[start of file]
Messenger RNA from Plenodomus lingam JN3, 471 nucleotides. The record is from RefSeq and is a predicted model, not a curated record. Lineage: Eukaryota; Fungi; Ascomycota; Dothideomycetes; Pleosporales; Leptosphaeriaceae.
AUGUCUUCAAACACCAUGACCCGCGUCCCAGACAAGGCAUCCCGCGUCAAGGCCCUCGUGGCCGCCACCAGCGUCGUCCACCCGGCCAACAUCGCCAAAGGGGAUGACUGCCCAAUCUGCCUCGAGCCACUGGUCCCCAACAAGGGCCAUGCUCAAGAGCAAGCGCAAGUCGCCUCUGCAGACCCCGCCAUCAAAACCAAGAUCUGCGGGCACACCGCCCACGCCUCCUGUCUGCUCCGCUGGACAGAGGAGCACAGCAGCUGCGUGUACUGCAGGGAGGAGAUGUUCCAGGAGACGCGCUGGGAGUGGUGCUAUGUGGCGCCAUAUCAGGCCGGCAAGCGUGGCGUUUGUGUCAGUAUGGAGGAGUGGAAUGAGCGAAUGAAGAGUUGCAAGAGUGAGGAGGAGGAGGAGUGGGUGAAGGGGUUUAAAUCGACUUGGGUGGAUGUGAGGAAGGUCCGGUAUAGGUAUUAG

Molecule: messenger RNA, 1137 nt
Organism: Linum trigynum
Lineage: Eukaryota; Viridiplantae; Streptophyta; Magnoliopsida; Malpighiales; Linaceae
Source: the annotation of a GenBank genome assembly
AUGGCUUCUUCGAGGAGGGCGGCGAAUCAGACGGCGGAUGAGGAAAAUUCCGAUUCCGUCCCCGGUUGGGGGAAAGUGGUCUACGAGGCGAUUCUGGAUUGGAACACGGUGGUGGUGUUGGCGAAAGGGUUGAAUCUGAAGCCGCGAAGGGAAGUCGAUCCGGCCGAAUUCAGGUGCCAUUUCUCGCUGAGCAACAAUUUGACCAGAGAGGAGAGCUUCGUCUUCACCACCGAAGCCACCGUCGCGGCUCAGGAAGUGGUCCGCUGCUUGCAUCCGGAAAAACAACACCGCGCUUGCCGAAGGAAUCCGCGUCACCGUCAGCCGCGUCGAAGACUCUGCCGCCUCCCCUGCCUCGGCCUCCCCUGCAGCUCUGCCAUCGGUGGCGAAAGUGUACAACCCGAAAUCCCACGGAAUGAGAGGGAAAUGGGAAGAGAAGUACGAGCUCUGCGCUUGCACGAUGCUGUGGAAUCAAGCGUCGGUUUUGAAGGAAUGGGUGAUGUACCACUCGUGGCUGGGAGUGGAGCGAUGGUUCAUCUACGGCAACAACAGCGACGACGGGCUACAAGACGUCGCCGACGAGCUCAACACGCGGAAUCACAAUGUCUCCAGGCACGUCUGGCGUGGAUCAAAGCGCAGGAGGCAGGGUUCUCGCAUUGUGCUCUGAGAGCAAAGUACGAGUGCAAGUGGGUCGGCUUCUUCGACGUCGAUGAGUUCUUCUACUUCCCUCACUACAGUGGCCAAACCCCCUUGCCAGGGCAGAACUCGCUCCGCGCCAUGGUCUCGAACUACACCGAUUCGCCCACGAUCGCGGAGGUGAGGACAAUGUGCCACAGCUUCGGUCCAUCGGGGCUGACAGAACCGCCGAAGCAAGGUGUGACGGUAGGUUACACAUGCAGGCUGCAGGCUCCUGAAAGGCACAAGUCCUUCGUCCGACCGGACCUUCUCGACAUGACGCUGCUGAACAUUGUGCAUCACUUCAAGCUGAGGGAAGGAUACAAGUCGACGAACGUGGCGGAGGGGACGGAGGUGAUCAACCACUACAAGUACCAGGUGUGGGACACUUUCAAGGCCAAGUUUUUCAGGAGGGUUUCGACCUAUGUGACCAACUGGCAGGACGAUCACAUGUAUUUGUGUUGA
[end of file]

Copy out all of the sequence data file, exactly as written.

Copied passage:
Messenger RNA from Plenodomus lingam JN3, 471 nucleotides. The record is from RefSeq and is a predicted model, not a curated record. Lineage: Eukaryota; Fungi; Ascomycota; Dothideomycetes; Pleosporales; Leptosphaeriaceae.
AUGUCUUCAAACACCAUGACCCGCGUCCCAGACAAGGCAUCCCGCGUCAAGGCCCUCGUGGCCGCCACCAGCGUCGUCCACCCGGCCAACAUCGCCAAAGGGGAUGACUGCCCAAUCUGCCUCGAGCCACUGGUCCCCAACAAGGGCCAUGCUCAAGAGCAAGCGCAAGUCGCCUCUGCAGACCCCGCCAUCAAAACCAAGAUCUGCGGGCACACCGCCCACGCCUCCUGUCUGCUCCGCUGGACAGAGGAGCACAGCAGCUGCGUGUACUGCAGGGAGGAGAUGUUCCAGGAGACGCGCUGGGAGUGGUGCUAUGUGGCGCCAUAUCAGGCCGGCAAGCGUGGCGUUUGUGUCAGUAUGGAGGAGUGGAAUGAGCGAAUGAAGAGUUGCAAGAGUGAGGAGGAGGAGGAGUGGGUGAAGGGGUUUAAAUCGACUUGGGUGGAUGUGAGGAAGGUCCGGUAUAGGUAUUAG

Molecule: messenger RNA, 1137 nt
Organism: Linum trigynum
Lineage: Eukaryota; Viridiplantae; Streptophyta; Magnoliopsida; Malpighiales; Linaceae
Source: the annotation of a GenBank genome assembly
AUGGCUUCUUCGAGGAGGGCGGCGAAUCAGACGGCGGAUGAGGAAAAUUCCGAUUCCGUCCCCGGUUGGGGGAAAGUGGUCUACGAGGCGAUUCUGGAUUGGAACACGGUGGUGGUGUUGGCGAAAGGGUUGAAUCUGAAGCCGCGAAGGGAAGUCGAUCCGGCCGAAUUCAGGUGCCAUUUCUCGCUGAGCAACAAUUUGACCAGAGAGGAGAGCUUCGUCUUCACCACCGAAGCCACCGUCGCGGCUCAGGAAGUGGUCCGCUGCUUGCAUCCGGAAAAACAACACCGCGCUUGCCGAAGGAAUCCGCGUCACCGUCAGCCGCGUCGAAGACUCUGCCGCCUCCCCUGCCUCGGCCUCCCCUGCAGCUCUGCCAUCGGUGGCGAAAGUGUACAACCCGAAAUCCCACGGAAUGAGAGGGAAAUGGGAAGAGAAGUACGAGCUCUGCGCUUGCACGAUGCUGUGGAAUCAAGCGUCGGUUUUGAAGGAAUGGGUGAUGUACCACUCGUGGCUGGGAGUGGAGCGAUGGUUCAUCUACGGCAACAACAGCGACGACGGGCUACAAGACGUCGCCGACGAGCUCAACACGCGGAAUCACAAUGUCUCCAGGCACGUCUGGCGUGGAUCAAAGCGCAGGAGGCAGGGUUCUCGCAUUGUGCUCUGAGAGCAAAGUACGAGUGCAAGUGGGUCGGCUUCUUCGACGUCGAUGAGUUCUUCUACUUCCCUCACUACAGUGGCCAAACCCCCUUGCCAGGGCAGAACUCGCUCCGCGCCAUGGUCUCGAACUACACCGAUUCGCCCACGAUCGCGGAGGUGAGGACAAUGUGCCACAGCUUCGGUCCAUCGGGGCUGACAGAACCGCCGAAGCAAGGUGUGACGGUAGGUUACACAUGCAGGCUGCAGGCUCCUGAAAGGCACAAGUCCUUCGUCCGACCGGACCUUCUCGACAUGACGCUGCUGAACAUUGUGCAUCACUUCAAGCUGAGGGAAGGAUACAAGUCGACGAACGUGGCGGAGGGGACGGAGGUGAUCAACCACUACAAGUACCAGGUGUGGGACACUUUCAAGGCCAAGUUUUUCAGGAGGGUUUCGACCUAUGUGACCAACUGGCAGGACGAUCACAUGUAUUUGUGUUGA